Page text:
Last year Linuxcare went through a round of funding that raised $30 million from corporations and venture capitalists. After the layoffs expectations from the investors may have changed, but Sifry says you can't judge those kinds of expectations. "It depends on the company," he says, clasping his hands as he gets a little more serious. "I can't really speak for them, but for some their expectations are very little. They're just looking at this as a potential hedge for the businesses they do or maybe a long term financial gain. We've always been oversubscribed in terms of investments. We've had more people wanting to invest than we wanted to take, to limit dilution of the company. So we look for good partners that provide significant strategic relationships." Such relationships open doors for Linuxcare by having the investors introduce them to other companies, saying "Linuxcare has some value and, oh by the way, we've invested in them too". It's a way of stating to their customer that the investor has the same beliefs as Linuxcare.
Linuxcare announced in January 2001 a set of contracts with SGI, Motorola, and Maxtor for various services. Sifry says that those contracts required no additional staffing. "For the most part we've taken advantage of the in house talent we currently have."
But all that in-house talent doesn't mean Linuxcare is only interested in growing itself. Last year Linuxcare committed $1 million to the Linux Standards Base (LSB) project, a project aimed at standardizing Linux distributions. Sifry says that committing a million dollars means more than just donations to external organizations. It means doing the work internally and freeing the results.
"We're very big supporters of the LSB and it's umbrella organization, the Free Software Group (FSG)," says Sifry. "A million dollars means a combined budget for items that are LSB officially designated. So that means a certain amount of marketing dollars. It means donations going directly to organizations where that's appropriate. Mostly it means developers salaries. The FSG and other organizations don't necessarily need money, per se, they need developers who are good who are focusing their time on working on the project. We have full time developers working on LSB and part time developers as well. That includes things like man pages or Howto's or other documentation. [Linuxcare's] Christopher Yeoh is one of the lead developers of the test suite used for the LSB. We're still very committed to the LSB, which people have told us they feel will help prevent Linux fragmentation."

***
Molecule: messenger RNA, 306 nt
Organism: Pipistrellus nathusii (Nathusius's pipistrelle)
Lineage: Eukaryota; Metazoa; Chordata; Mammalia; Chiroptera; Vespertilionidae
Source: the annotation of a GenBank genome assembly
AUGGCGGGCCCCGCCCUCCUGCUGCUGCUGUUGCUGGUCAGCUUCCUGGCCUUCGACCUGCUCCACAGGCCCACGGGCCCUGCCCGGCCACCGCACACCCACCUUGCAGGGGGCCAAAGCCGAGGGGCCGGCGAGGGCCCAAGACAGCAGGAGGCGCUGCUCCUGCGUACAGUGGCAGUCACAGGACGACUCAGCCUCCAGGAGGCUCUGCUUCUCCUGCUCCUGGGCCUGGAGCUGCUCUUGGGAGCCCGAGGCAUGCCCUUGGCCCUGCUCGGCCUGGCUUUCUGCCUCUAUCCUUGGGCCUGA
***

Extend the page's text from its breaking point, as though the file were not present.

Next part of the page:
As with many Linux companies, people are asking about how to you make money with free software. Linuxcare is a services company, which differs it from vendors like Red Hat, SuSE, and Turbolinux because it doesn't depend on the distribution of software. It also differs Linuxcare from VA Linux, which has a base of hardware to rely on. The question is, how do you scale a services company into the millions of dollars in revenue? Sifry says there are two ways to do that.
"The method we've decided on is to use automation as much as possible. The mantra we use at Linuxcare is that we're building a silicon based services business instead of a carbon based one. We don't have to increase the number of people we have to line up with the number of jobs we get. We have a large knowledge base so we can go back and find answers. Even if I don't find the answer I'm looking for, I can find the person I should be talking to. You get this incredible increase of efficiency and scale."
One way Linuxcare addresses this mantra is with their Deltabase product, a subscription based service for identifying the differences between Linux vendor distributions and even between same vendor releases. It also provides news and mailing lists, among other items, that are cross indexed. "We also have managed services, which lets us manage customer systems remotely. Both of these types of services allow us to scale our revenues in a non-linear fashion."